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Man apologizes for destroying neighbor's home in fire caused by illegal fireworks

"I burnt people's houses down, and I don't know what else to say except I'm sorry," John Woods said


Associated Press

POCATELLO, Idaho — An eastern Idaho man is apologizing for setting off illegal aerial fireworks that caused a brush fire that burned down a neighbor's home and damaged another.

John Woods of Pocatello told the Idaho State Journal (http://bit.ly/2t246uZ) in a story on Saturday that he caused the Thursday fire.

"I lit off five fireworks and I think the fourth one was a bad deal," he said. "I burnt people's houses down, and I don't know what else to say except I'm sorry."

Pocatello Fire Department Capt. Nick Christensen said firefighters responded to the blaze at about 10 p.m. Thursday and had it extinguished at about 1:30 a.m. Friday.

About 15 homes were evacuated, authorities said. No injuries were reported.

Woods said he bought the aerial fireworks at the Fort Hall Indian Reservation. Aerial fireworks are illegal to use in Idaho without a special use permit. But it's a common practice to sell aerial fireworks in Idaho to buyers who promise not so use them in the state.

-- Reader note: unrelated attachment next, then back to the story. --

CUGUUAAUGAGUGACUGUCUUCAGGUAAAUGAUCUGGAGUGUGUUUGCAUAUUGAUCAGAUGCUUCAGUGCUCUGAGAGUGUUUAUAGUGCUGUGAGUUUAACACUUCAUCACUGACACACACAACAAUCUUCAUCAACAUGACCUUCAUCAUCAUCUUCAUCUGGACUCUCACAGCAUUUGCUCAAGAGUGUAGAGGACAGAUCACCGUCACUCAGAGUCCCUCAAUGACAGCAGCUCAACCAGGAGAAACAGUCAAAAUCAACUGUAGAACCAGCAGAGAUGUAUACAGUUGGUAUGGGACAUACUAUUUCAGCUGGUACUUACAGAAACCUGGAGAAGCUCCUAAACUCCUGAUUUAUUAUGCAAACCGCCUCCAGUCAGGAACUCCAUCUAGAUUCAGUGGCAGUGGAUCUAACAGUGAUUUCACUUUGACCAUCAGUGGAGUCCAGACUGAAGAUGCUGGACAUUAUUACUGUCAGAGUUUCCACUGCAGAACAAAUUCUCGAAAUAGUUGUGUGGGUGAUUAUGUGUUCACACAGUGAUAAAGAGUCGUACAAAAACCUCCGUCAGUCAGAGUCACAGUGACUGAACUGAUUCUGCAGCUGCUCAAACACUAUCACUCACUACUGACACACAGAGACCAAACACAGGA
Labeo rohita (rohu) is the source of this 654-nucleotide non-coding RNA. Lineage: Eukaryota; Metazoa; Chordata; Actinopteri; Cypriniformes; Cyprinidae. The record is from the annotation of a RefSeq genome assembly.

"I didn't light them off for the Fourth of July, and I was going to save them for New Year's when nothing could burn, but I decided I would light a few of them off last night," Woods said. "It didn't turn out very good, and now I see why they're illegal."

A neighbor, Kandi Brown, said one of the fireworks blew up on the hillside, immediately starting a fire.

"I have no idea why he would even think of setting off illegal, totally professional fireworks on this hill," she said. "He lives right by the hill, he knows how dry it is."

Woods said he ran to fill up a bucket with water, but by the time he'd finished, the flames were 20 feet (6 meters) high and shooting up the hillside.

Damage estimates were unavailable, but Brown said homes in the area run from $200,000 to $280,000.

Pocatello Police Lt. Bill Collins said the fire is under investigation, and no charges have been filed.

But Woods said he expects legal problems eventually.

"I don't think I'm a criminal, but I did something really bad," he said. "I mean, this is something that little kids do and I'm an adult, so I don't know what I deserve."

In an unrelated incident in southwest Idaho, a judge in May ruled that a 19-year-old man must pay more than $391,000 in damages after pleading guilty to lighting an illegal firework that sparked a 2016 wildfire that burned about 4 square miles (10 sq. kilometers) and destroyed a home.

Copyright Associated Press. All rights reserved. This material may not be published, broadcast, rewritten, or redistributed.

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